Tristan Uhl is no stranger to stage-race success.
The former Transylvania Epic enduro winner also had a third-place showing at the 2014 BC Bike Race in his back pocket. The Texan, hailing from the capital of Austin, made hay in the stifling heat as he jumped two spots to the podium's top step at this year's edition of the BC Bike Race, which wrapped up in Whistler on July 4.
Uhl completed the challenge in a grand total of 16 hours, 29 minutes and 58 seconds (16:29:58), giving him a seven-and-a-half minute advantage over runner-up Spencer Paxson, placing second for the third straight year, and a nearly 15-minute lead on two-time defending champion Kris Sneddon.
On the women's side, Bay Area resident Katerina Nash, a 2012 Olympian originally from the Czech Republic, won the women's side by nearly an hour. Nash finished in a time of 19:18:41, besting Rebecca Hodgetts' 20:10:03 and Vicki Barclay's 20:15:47.
"I was mostly relieved to get the race done with no mechanicals, no crashes," said Uhl. "It's kind of stressful when you have the leader's jersey and everybody's gunning for you. I was relieved to get across that line and get it all done, but I'm a little sad that all the fun riding is over."
Uhl placed third last year, and said some extra familiarity with the course helped him cut those few precious minutes necessary to help make the leap.
Uhl felt the fourth stage beginning in Sechelt and ending in Langdale was the toughest, as it made for the longest day.
"You're really exposed. You're in the sun the whole time, sweating. It was the hardest physically for me," he said of the Canada Day stage in which he finished third, three seconds off Paxson's pace. "The day in Squamish (on July 3) was equally hard on paper, but I had a good day there, so it didn't feel quite as hard.
"The heat wasn't a huge factor. It's hot for everyone. I would have preferred it to be a little cooler just because I was hoping to escape the heat when I came up here, but it was not a huge deal.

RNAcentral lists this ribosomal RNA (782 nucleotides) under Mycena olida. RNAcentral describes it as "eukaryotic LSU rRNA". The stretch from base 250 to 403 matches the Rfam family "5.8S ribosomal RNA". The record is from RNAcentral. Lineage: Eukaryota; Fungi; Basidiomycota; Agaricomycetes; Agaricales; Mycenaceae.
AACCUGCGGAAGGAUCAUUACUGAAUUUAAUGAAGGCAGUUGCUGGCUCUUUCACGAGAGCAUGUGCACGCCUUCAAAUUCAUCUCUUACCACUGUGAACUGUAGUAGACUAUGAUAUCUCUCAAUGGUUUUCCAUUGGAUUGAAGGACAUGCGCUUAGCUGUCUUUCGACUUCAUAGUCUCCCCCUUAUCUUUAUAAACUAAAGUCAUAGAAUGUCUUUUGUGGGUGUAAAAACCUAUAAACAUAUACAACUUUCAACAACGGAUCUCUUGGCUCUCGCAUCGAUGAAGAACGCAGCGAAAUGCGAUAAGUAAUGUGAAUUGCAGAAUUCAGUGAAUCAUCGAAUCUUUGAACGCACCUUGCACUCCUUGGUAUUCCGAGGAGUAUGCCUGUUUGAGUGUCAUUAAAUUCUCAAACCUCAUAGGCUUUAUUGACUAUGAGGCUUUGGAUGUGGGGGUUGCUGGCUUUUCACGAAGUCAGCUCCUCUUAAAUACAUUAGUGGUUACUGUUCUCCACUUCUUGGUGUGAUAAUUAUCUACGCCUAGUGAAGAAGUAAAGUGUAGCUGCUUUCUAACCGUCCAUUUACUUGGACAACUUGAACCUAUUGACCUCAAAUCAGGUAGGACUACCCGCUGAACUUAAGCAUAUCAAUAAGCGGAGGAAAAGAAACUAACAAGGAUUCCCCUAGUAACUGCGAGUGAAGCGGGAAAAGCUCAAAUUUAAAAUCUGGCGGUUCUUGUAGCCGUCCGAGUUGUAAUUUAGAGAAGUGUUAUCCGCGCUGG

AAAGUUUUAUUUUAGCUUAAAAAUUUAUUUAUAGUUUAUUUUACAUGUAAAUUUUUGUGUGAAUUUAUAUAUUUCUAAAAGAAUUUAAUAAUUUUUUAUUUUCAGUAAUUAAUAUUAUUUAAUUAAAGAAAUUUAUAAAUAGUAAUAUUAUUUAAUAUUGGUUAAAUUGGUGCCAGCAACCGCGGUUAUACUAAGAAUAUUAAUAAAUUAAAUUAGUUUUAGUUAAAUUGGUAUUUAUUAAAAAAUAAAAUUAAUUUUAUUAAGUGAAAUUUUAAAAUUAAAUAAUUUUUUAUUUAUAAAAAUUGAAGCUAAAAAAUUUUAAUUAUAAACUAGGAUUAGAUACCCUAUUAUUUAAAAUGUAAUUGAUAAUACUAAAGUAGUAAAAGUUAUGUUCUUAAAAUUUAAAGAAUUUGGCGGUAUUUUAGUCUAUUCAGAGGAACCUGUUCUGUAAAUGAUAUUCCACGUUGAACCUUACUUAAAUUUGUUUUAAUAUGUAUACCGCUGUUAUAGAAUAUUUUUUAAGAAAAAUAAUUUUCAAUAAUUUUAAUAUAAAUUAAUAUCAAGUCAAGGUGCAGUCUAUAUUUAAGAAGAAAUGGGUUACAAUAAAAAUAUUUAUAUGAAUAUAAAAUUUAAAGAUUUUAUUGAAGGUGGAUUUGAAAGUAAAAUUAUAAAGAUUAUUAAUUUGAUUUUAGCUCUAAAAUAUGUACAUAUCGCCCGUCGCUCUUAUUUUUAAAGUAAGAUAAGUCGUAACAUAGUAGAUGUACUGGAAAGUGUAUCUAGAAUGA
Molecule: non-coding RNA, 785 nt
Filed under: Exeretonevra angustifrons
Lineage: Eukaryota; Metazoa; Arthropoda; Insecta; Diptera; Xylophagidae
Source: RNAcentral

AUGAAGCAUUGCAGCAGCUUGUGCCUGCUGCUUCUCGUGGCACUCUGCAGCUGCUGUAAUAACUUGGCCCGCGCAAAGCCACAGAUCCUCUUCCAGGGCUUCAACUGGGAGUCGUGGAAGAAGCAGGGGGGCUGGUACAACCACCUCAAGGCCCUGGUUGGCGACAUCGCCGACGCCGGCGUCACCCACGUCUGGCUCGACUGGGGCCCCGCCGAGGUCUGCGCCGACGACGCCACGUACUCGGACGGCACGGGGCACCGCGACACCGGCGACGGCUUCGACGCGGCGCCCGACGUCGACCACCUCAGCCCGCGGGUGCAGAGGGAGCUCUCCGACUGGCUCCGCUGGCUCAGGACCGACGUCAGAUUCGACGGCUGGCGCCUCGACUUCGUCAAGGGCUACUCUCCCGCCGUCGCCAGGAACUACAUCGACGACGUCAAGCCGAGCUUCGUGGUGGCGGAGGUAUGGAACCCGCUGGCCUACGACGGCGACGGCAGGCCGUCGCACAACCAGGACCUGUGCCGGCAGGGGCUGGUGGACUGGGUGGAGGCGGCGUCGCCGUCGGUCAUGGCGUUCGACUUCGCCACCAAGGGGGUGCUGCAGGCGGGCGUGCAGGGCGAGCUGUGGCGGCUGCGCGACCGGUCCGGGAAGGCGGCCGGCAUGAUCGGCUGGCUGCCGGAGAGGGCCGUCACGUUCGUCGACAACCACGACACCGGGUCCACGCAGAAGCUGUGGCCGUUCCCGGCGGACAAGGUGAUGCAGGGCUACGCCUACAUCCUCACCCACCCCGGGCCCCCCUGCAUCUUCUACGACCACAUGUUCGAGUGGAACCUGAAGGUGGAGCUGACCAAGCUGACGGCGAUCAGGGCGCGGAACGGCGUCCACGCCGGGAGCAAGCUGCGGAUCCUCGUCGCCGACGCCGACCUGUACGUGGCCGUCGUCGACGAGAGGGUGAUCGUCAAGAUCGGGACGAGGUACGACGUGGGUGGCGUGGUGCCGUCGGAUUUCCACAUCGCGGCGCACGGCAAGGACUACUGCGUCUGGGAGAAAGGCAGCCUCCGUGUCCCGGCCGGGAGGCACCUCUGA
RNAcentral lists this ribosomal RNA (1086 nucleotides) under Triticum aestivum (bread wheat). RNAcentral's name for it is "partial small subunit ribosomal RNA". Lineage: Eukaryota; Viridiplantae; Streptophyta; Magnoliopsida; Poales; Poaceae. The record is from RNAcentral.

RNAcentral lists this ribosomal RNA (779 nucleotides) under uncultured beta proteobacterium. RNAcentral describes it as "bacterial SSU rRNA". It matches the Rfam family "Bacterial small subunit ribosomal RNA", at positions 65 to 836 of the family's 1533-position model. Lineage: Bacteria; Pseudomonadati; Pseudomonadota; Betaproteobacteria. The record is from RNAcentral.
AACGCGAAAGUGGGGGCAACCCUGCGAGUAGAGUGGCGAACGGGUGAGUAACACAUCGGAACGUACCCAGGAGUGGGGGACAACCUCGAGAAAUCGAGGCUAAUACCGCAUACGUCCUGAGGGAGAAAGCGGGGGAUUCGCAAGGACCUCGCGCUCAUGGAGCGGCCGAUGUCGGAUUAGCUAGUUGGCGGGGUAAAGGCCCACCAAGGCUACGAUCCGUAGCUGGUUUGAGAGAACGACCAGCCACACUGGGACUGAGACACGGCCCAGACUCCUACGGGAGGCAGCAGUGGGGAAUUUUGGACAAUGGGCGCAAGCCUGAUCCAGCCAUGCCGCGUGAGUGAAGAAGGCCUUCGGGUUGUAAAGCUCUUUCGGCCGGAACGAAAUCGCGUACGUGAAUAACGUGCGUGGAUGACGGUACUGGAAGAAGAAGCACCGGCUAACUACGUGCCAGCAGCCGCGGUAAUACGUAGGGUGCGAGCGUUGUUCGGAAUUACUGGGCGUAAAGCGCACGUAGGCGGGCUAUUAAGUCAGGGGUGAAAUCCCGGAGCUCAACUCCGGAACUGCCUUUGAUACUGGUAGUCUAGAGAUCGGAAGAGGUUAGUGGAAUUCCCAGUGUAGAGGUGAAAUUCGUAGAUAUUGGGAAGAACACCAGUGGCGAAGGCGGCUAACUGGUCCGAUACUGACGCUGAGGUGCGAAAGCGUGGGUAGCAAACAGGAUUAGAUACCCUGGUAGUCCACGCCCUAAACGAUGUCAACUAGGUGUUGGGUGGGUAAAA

"It definitely worked in my advantage."
Knowing how and when to exert one's energy is of the utmost importance for riders during stage races, and Uhl said he's starting to get his day-to-day down to a science.
"I learned a lot last year that helped me in this year's race — little bits of the course. I didn't remember everything about the course, but little pieces here and there helped a lot," he said. "And also (I learned) the racers. I remembered (on July 3) that Quinn (Moberg) was from Squamish and he won the stage last year.
"It's a combination of both of those things that helped me out this year."
On the women's side, Nash noted she didn't suffer any major setbacks like mechanicals or crashes over the course of the week and she could build an advantage.
After a trying week, Nash was thrilled to cross the finish line, and even happier to do it as the first woman in after what was a relative sprint with a course about half the distance of what riders had been generally riding throughout the week.
"I really enjoyed today, being a shorter stage," she said. "It's the whole package."
She explained this was her first race of more than two days since she last took part in the BC Bike Race seven years ago. Though the course has changed in that time, including some minor alterations from last year to this year that bumped up competitors' times, Nash explained she still was familiar with some aspects of the course.
She also was able to use her fitness and some smarts to ensure she was ready to go each and every day.
"Pacing is really important and I recovered between each day. It's neat to watch because in your mind, it's, 'Oh my God, how am I going to do seven days of this?'" she said. "I'm really happy to see that every day I could keep pedalling and keep fighting.
"The last couple days weren't as fast as the first couple, but I definitely paced myself well so I had enough energy for the last day."
Nash is slated to do the Leadville 100 in Colorado later this summer in addition to some races on the World Cup circuit, which are "opposite events," she explained, with short laps at the World Cups and Leadville being a one-day race. Nash explained the BC Bike Race terrain is different from her typical training, but appreciates the challenge.
Sea to Sky residents Brandi Heisterman and Leah Trudeau powered their way to the open women's team win over Elie Yazdani and Amy Josefczyk, while Kevin Calhoun and Greg Day won the open men's event and Alex Hawkins and Sarah Kaufmann won the open mixed event.
Dwayne Kress and Christine Shandro won the respective open solo masters divisions, as did Simon Callaghan and Ted Russo for the open solo veterans.
Lastly, Ibon Zugasti and Tomi Misser captured the veterans 80-plus team title, and Tim and Troy Zimmerman did the same in the veterans 100-plus division.
Full results are online at www.bcbikerace.com.